Section 209: Establish loan guarantees and grants for advanced technology and underground transmission lines. New technologies could upgrade the capacity of the electricity transmission grid without requiring the permitting and construction of massive new towers. Newly designed higher capacity wires can be strung from existing towers, and new technologies allow for more cost effective underground transmission. However, utilities resist deploying these new technologies because they are not yet proven and they remain more expensive. By providing support for these innovations, grants and loan guarantees would help prove these emerging technologies in a cost effective public-private partnership.


So whats the latest with this proposal? What happened to the proposal that was passed by Bono?

I just came across Anonymous's Christmas Day post: "if oil wells were being discussed instead of solar panels, would you still be as 'pragmatic'?"

Yes. For any energy-producing activity, including oil drilling or solar-panel installation, one should tally the benefits and costs. If the benefits exceed the costs according to whatever criteria exist—for example, if the benefits of enriching the economy, reducing dependence on insecure foreign energy sources, and obtaining less energy from overseas sources where environmental standards are lower exceed the costs of air pollution, heating, damage to wildlands, and degredation of iconic American landscapes—then one should proceed. Whether it's oil-drilling in the Arctic National Wildlife Refuge or solar installations in the Mojave Desert, the answer is always the same.

Of course, one always wants to maximize benefits and minimize costs and to consider both criteria as broadly as possible, so these calculations must consider the availability of alternative energy sources, the country's ability to reduce demand, etc. In principle I favor drilling for oil in ANWR over importing it from Nigeria or Angola, because I suspect we have higher environmental standards and we're paying ourselves, not Nigerians or Angolans, for the resource. But if we're drilling oil from any source simply so that people can drive around wastefully in oversized SUVs and pickup trucks, then I don't like drilling at all. (I hasten to add that I realize some people have legitimate uses for these vehicles. Here in California, however, blinged-out SUVs and snarl-grilled jacked-up pickup trucks are often used as tacky status symbols or markers of aggression and are not put to their intended uses.)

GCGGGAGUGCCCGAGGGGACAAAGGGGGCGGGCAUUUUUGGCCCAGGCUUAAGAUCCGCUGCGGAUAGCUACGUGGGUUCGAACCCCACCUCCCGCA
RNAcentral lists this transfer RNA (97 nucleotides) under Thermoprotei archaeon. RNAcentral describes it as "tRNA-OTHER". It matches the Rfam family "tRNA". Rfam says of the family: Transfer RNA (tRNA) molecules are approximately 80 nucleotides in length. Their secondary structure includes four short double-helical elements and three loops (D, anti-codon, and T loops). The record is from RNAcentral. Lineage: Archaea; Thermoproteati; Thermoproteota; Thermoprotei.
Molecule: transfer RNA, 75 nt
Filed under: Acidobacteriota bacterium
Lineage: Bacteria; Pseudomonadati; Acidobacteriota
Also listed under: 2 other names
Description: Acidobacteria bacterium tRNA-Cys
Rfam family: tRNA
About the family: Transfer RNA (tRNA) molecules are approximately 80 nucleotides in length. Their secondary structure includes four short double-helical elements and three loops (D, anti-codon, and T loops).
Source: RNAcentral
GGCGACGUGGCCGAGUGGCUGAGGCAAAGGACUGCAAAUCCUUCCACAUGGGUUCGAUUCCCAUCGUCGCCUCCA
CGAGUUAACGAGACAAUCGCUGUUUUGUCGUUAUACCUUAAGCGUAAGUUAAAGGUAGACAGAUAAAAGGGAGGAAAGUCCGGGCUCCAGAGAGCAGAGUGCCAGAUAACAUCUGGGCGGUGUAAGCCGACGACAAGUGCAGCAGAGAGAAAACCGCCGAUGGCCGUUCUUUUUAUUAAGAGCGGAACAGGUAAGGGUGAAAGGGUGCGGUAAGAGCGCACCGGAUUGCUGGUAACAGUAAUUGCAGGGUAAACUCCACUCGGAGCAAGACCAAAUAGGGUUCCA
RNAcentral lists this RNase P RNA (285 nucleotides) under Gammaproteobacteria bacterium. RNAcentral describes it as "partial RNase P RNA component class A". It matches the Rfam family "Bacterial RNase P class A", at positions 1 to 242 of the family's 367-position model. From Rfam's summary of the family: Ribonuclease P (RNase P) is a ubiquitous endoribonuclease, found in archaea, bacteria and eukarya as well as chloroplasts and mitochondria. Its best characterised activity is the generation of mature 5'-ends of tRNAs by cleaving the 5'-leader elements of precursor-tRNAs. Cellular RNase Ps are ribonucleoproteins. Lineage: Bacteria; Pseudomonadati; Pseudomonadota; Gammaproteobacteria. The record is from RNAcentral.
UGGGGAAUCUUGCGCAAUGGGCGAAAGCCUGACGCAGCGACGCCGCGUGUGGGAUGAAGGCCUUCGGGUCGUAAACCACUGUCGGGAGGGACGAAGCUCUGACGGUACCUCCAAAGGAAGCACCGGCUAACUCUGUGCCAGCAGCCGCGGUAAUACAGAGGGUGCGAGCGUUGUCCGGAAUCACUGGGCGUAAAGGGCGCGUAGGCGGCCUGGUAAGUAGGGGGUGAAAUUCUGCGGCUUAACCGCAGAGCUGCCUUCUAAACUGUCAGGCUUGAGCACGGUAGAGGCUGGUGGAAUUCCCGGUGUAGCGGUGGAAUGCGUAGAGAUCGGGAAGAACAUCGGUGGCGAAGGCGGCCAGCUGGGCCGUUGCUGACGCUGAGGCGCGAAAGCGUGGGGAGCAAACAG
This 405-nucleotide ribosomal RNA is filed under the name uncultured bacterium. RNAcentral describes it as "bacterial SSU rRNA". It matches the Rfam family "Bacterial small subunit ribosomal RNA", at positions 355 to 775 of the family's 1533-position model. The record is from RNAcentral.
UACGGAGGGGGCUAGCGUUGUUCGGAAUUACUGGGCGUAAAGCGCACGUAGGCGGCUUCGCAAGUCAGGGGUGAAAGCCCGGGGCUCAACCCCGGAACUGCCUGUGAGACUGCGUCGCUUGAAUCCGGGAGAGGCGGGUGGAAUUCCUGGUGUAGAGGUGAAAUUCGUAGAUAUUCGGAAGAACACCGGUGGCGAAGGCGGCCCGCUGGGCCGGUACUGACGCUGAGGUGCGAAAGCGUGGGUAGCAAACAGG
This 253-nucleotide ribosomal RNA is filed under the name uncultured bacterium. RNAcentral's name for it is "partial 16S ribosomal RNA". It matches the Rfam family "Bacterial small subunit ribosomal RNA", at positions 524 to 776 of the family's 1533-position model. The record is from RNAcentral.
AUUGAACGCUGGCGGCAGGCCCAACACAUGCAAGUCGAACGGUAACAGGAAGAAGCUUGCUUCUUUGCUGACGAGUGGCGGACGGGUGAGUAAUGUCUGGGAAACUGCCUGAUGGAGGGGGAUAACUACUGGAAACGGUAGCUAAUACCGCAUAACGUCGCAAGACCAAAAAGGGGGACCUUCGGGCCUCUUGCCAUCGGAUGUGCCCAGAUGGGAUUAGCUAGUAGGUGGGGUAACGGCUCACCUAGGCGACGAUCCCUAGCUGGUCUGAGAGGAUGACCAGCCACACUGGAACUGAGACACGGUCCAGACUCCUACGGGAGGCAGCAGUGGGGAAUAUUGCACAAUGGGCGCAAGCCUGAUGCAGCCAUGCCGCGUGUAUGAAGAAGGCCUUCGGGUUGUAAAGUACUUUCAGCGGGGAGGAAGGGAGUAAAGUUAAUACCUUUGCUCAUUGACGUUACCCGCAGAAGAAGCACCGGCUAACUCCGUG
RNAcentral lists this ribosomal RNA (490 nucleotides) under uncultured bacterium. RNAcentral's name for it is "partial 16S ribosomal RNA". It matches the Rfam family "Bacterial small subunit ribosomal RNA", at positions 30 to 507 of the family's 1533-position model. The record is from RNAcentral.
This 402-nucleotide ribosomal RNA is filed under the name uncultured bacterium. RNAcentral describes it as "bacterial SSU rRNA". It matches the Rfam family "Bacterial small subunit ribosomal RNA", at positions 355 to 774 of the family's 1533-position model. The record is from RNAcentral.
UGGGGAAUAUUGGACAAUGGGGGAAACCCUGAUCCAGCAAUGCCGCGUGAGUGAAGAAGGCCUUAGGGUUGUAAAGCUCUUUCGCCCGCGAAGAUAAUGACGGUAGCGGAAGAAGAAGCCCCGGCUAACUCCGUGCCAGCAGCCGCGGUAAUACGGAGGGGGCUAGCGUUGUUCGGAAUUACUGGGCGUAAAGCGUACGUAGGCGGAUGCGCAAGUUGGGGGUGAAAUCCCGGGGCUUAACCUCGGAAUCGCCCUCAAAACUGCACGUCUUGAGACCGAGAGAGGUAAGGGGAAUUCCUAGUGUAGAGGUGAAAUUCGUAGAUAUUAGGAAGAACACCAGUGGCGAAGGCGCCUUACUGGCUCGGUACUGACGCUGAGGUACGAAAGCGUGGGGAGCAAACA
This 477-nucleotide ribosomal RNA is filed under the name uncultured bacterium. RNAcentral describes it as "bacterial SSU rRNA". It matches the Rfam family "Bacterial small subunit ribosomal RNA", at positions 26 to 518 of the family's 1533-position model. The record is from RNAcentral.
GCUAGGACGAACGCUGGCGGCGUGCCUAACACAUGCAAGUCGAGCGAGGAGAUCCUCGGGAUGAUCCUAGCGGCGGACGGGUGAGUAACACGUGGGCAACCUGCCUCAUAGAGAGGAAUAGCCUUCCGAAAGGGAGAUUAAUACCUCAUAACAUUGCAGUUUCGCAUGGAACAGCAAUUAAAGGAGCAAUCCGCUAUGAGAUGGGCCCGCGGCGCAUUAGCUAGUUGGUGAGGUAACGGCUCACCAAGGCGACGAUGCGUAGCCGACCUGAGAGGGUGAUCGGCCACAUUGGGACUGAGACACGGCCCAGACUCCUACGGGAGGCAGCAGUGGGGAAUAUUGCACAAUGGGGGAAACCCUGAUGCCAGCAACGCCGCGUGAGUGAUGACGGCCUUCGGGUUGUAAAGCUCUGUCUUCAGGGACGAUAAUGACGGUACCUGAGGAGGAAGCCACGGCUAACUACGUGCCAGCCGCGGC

Cost-benefit analysis may come across as a bit abstract, and I know that many people dislike this problem-solving method. I understand why homo economicus is commonly perceived as a distasteful bloodless technocrat. Yet economics often shows us the best answer among unpalatable alternatives. Economics, in a word, involves exploring trade-offs. One can't both (as I am doing) operate a computer in a nice warm lit room on a short winter day and not get energy from somewhere. Cost-benefit analysis points to the best solution, even if it's not ideal.

I think the term "environmentalist" would carry a lot more credibility than it currently does if that badge weren't a label that people can just attach to themselves willy-nilly but a title that requires formal training and expertise in a relevant area, e.g., economics, engineering, or biology, physics, chemistry, or similar scientific fields. Environmental problems will be solved by people with those kinds of training, and not by "policy analysts," "activists," and the like.

I don't think it's as easy as a 'purist' versus a 'pragmatist'. Pragmatists need to ask themselves this question: if oil wells were being discussed instead of solar panels, would you still be as 'pragmatic'. I think all industrial uses of wild lands need to be evaluated on the same criteria. How much of a footprint will the development have. How unsightly will it be. How disruptive to wildlife. (Birds hate wind farms). How much traffic. How many potential visitors will be affected. Is it a short term use or long term. There cannot be a double standard, one for solar and wind and another for oil or coal.

It probably is a bit churlish to bring up a contentious subject on Christmas Eve (happy holidays to everyone, by the way). It seems to me, however, that the Dianne Feinstein bill casts light on a split in American environmentalism. On the one hand, you have the pragmatists, who want to preserve nature but recognize that human beings have a will to survive and that we Americans, moreover, demand a certain living standard and won't easily relinquish it. On the other hand, you have the purists who believe in an Edenic ideal and, I suspect, wish there weren't so many humans around to disrupt it or that to the extent humans' presence must be tolerated, their economic activity should be suppressed.

Thus, representing the purists, you have Anonymous, above, who writes, "We have to keep wild land wild. No development, not even so-called 'green' development." That's the essence of the ultrapure philosophy of that particular strain of environmentalism—a strain that might be called temperance-movement environmentalism. Representing what might be called the view of pragmatic environmentalism, Casey Verdant writes, "Solar farms could easily and inoffensively be placed on these lands without affecting native species."